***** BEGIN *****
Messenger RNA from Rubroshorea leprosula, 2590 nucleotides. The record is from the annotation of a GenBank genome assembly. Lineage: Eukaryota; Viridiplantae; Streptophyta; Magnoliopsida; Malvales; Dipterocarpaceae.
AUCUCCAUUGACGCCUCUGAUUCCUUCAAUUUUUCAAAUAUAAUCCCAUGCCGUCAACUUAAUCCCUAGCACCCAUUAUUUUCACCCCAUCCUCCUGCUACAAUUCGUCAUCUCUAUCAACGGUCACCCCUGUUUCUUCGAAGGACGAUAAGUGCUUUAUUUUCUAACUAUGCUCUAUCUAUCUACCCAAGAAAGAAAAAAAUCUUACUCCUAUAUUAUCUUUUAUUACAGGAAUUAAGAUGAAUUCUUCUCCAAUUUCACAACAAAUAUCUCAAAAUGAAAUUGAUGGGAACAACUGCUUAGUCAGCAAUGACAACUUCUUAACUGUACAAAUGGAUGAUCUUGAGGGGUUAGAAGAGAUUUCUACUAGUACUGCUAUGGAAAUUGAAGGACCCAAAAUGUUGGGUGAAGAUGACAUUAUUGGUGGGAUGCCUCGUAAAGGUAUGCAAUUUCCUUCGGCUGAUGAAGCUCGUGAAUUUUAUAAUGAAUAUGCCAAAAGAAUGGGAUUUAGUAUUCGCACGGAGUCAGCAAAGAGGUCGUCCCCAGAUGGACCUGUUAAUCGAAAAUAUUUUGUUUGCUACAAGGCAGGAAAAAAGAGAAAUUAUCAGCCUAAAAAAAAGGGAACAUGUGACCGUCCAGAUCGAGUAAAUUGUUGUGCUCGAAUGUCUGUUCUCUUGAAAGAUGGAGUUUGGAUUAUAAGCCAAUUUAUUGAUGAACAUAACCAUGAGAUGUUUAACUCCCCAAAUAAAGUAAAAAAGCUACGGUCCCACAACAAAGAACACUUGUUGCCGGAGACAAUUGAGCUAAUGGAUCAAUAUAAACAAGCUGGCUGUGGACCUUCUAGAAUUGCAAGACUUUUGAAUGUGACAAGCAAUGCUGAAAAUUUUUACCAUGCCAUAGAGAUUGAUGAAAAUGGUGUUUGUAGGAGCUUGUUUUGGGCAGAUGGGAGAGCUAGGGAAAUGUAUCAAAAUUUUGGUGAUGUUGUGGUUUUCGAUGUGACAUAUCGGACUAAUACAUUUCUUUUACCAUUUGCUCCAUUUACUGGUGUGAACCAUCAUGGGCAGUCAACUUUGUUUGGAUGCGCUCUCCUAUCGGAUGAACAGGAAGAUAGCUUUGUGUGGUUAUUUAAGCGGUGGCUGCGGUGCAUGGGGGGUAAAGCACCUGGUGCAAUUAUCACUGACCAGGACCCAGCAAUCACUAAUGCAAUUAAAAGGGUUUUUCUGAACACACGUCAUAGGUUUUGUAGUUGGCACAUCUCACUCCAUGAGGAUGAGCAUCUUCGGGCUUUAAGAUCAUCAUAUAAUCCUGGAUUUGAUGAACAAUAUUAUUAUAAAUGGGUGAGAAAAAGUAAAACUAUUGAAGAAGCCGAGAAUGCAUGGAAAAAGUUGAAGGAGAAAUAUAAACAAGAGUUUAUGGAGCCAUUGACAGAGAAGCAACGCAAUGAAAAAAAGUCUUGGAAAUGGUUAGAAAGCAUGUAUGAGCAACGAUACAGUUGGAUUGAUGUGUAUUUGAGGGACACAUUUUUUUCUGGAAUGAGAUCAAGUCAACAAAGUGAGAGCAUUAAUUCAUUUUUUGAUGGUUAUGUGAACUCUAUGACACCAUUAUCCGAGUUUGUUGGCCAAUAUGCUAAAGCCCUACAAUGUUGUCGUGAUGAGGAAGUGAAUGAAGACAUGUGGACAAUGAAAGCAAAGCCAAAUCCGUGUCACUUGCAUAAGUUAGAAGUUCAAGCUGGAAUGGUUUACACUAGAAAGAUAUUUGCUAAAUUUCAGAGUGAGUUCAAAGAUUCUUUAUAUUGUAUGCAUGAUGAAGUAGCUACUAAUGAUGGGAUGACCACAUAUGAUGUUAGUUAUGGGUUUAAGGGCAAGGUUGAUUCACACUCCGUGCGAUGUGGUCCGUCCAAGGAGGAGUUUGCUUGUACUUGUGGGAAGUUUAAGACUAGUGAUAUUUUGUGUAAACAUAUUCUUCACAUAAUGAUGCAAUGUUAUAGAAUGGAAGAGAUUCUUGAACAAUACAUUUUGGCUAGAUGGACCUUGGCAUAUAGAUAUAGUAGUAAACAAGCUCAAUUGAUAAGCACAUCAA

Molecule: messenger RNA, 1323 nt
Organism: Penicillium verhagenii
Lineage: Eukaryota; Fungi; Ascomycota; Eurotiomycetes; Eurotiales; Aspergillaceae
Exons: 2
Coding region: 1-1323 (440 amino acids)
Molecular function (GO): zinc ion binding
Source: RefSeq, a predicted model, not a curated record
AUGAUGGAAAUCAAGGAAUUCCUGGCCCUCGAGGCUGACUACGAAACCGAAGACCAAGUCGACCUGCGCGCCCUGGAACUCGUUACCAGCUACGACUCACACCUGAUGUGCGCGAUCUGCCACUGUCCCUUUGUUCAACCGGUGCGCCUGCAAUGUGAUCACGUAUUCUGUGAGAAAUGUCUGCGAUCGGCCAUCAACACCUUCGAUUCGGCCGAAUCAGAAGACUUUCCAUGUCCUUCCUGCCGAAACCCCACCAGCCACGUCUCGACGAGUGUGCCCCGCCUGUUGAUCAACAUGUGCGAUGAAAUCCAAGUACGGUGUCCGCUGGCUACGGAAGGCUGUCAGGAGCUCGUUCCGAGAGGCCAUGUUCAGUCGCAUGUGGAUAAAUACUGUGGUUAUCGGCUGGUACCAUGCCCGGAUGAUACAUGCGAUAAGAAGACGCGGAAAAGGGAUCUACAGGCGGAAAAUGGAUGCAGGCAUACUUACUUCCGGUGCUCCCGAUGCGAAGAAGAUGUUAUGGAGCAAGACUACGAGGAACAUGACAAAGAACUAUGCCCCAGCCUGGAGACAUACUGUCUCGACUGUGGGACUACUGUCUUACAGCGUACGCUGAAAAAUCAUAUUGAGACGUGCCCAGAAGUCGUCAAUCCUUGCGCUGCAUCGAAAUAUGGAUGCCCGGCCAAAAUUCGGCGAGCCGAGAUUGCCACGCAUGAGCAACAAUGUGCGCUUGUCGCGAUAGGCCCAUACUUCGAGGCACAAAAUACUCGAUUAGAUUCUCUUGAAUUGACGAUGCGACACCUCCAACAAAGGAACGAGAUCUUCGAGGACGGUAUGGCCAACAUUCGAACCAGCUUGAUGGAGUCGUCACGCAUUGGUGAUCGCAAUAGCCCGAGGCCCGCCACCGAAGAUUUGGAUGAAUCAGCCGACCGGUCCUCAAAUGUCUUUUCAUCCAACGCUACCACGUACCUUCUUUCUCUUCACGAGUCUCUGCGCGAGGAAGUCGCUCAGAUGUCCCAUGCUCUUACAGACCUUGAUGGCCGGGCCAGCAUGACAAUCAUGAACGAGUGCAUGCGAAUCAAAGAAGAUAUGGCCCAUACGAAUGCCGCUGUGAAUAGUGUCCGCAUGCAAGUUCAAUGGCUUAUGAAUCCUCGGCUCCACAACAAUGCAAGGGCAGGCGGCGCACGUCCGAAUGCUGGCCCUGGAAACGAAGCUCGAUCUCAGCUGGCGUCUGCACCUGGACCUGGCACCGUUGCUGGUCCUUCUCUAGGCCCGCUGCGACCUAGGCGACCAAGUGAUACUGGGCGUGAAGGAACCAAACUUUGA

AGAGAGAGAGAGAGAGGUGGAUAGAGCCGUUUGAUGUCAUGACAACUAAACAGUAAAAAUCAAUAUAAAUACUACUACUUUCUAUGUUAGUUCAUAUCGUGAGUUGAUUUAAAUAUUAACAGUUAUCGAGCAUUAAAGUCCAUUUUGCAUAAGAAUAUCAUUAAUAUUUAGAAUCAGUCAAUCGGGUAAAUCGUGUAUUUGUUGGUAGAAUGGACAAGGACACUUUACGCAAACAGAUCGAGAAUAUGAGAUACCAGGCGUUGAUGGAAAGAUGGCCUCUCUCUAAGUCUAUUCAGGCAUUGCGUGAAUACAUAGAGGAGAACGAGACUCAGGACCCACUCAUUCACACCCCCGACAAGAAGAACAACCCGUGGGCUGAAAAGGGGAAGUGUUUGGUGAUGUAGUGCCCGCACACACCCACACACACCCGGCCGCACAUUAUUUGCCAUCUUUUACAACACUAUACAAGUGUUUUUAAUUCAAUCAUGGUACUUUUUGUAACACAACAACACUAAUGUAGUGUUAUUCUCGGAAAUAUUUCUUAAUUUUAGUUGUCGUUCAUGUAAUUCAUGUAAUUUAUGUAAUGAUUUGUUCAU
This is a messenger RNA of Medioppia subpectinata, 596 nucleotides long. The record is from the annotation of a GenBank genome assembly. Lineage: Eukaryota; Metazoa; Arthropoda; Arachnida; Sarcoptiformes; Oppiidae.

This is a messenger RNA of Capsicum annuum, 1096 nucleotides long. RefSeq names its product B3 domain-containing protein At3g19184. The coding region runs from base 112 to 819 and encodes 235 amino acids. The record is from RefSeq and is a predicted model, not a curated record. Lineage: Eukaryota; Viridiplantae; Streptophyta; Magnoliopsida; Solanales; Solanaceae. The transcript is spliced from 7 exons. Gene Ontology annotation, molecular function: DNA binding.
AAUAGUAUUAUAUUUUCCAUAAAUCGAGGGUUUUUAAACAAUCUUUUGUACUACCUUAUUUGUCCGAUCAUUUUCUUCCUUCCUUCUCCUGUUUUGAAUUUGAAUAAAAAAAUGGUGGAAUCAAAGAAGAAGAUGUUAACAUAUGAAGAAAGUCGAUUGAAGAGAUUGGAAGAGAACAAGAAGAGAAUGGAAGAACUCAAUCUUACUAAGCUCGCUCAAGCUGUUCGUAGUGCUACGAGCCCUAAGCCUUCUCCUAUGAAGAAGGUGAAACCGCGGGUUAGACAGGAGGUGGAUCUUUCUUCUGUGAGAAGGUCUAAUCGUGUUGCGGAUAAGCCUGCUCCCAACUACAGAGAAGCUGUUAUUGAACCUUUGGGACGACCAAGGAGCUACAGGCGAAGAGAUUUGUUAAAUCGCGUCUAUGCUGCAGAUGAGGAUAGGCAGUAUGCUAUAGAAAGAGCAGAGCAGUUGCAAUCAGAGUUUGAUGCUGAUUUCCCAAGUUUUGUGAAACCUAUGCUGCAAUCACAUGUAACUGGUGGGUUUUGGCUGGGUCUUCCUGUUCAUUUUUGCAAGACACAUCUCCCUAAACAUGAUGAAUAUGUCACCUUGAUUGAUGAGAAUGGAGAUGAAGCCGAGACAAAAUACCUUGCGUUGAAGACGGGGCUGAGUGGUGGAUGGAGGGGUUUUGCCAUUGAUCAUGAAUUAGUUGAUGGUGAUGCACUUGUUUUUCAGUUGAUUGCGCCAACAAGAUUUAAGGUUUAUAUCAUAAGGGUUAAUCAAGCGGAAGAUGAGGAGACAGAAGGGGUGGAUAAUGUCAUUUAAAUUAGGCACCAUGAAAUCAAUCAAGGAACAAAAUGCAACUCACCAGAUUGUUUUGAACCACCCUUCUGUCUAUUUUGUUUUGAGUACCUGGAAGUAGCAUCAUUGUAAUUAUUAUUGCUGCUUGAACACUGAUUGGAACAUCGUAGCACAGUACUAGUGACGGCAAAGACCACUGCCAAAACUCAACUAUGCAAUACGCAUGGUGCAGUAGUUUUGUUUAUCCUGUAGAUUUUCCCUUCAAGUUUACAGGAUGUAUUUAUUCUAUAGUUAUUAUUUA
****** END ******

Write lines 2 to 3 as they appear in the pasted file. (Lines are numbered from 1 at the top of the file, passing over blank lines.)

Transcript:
AUCUCCAUUGACGCCUCUGAUUCCUUCAAUUUUUCAAAUAUAAUCCCAUGCCGUCAACUUAAUCCCUAGCACCCAUUAUUUUCACCCCAUCCUCCUGCUACAAUUCGUCAUCUCUAUCAACGGUCACCCCUGUUUCUUCGAAGGACGAUAAGUGCUUUAUUUUCUAACUAUGCUCUAUCUAUCUACCCAAGAAAGAAAAAAAUCUUACUCCUAUAUUAUCUUUUAUUACAGGAAUUAAGAUGAAUUCUUCUCCAAUUUCACAACAAAUAUCUCAAAAUGAAAUUGAUGGGAACAACUGCUUAGUCAGCAAUGACAACUUCUUAACUGUACAAAUGGAUGAUCUUGAGGGGUUAGAAGAGAUUUCUACUAGUACUGCUAUGGAAAUUGAAGGACCCAAAAUGUUGGGUGAAGAUGACAUUAUUGGUGGGAUGCCUCGUAAAGGUAUGCAAUUUCCUUCGGCUGAUGAAGCUCGUGAAUUUUAUAAUGAAUAUGCCAAAAGAAUGGGAUUUAGUAUUCGCACGGAGUCAGCAAAGAGGUCGUCCCCAGAUGGACCUGUUAAUCGAAAAUAUUUUGUUUGCUACAAGGCAGGAAAAAAGAGAAAUUAUCAGCCUAAAAAAAAGGGAACAUGUGACCGUCCAGAUCGAGUAAAUUGUUGUGCUCGAAUGUCUGUUCUCUUGAAAGAUGGAGUUUGGAUUAUAAGCCAAUUUAUUGAUGAACAUAACCAUGAGAUGUUUAACUCCCCAAAUAAAGUAAAAAAGCUACGGUCCCACAACAAAGAACACUUGUUGCCGGAGACAAUUGAGCUAAUGGAUCAAUAUAAACAAGCUGGCUGUGGACCUUCUAGAAUUGCAAGACUUUUGAAUGUGACAAGCAAUGCUGAAAAUUUUUACCAUGCCAUAGAGAUUGAUGAAAAUGGUGUUUGUAGGAGCUUGUUUUGGGCAGAUGGGAGAGCUAGGGAAAUGUAUCAAAAUUUUGGUGAUGUUGUGGUUUUCGAUGUGACAUAUCGGACUAAUACAUUUCUUUUACCAUUUGCUCCAUUUACUGGUGUGAACCAUCAUGGGCAGUCAACUUUGUUUGGAUGCGCUCUCCUAUCGGAUGAACAGGAAGAUAGCUUUGUGUGGUUAUUUAAGCGGUGGCUGCGGUGCAUGGGGGGUAAAGCACCUGGUGCAAUUAUCACUGACCAGGACCCAGCAAUCACUAAUGCAAUUAAAAGGGUUUUUCUGAACACACGUCAUAGGUUUUGUAGUUGGCACAUCUCACUCCAUGAGGAUGAGCAUCUUCGGGCUUUAAGAUCAUCAUAUAAUCCUGGAUUUGAUGAACAAUAUUAUUAUAAAUGGGUGAGAAAAAGUAAAACUAUUGAAGAAGCCGAGAAUGCAUGGAAAAAGUUGAAGGAGAAAUAUAAACAAGAGUUUAUGGAGCCAUUGACAGAGAAGCAACGCAAUGAAAAAAAGUCUUGGAAAUGGUUAGAAAGCAUGUAUGAGCAACGAUACAGUUGGAUUGAUGUGUAUUUGAGGGACACAUUUUUUUCUGGAAUGAGAUCAAGUCAACAAAGUGAGAGCAUUAAUUCAUUUUUUGAUGGUUAUGUGAACUCUAUGACACCAUUAUCCGAGUUUGUUGGCCAAUAUGCUAAAGCCCUACAAUGUUGUCGUGAUGAGGAAGUGAAUGAAGACAUGUGGACAAUGAAAGCAAAGCCAAAUCCGUGUCACUUGCAUAAGUUAGAAGUUCAAGCUGGAAUGGUUUACACUAGAAAGAUAUUUGCUAAAUUUCAGAGUGAGUUCAAAGAUUCUUUAUAUUGUAUGCAUGAUGAAGUAGCUACUAAUGAUGGGAUGACCACAUAUGAUGUUAGUUAUGGGUUUAAGGGCAAGGUUGAUUCACACUCCGUGCGAUGUGGUCCGUCCAAGGAGGAGUUUGCUUGUACUUGUGGGAAGUUUAAGACUAGUGAUAUUUUGUGUAAACAUAUUCUUCACAUAAUGAUGCAAUGUUAUAGAAUGGAAGAGAUUCUUGAACAAUACAUUUUGGCUAGAUGGACCUUGGCAUAUAGAUAUAGUAGUAAACAAGCUCAAUUGAUAAGCACAUCAA

Molecule: messenger RNA, 1323 nt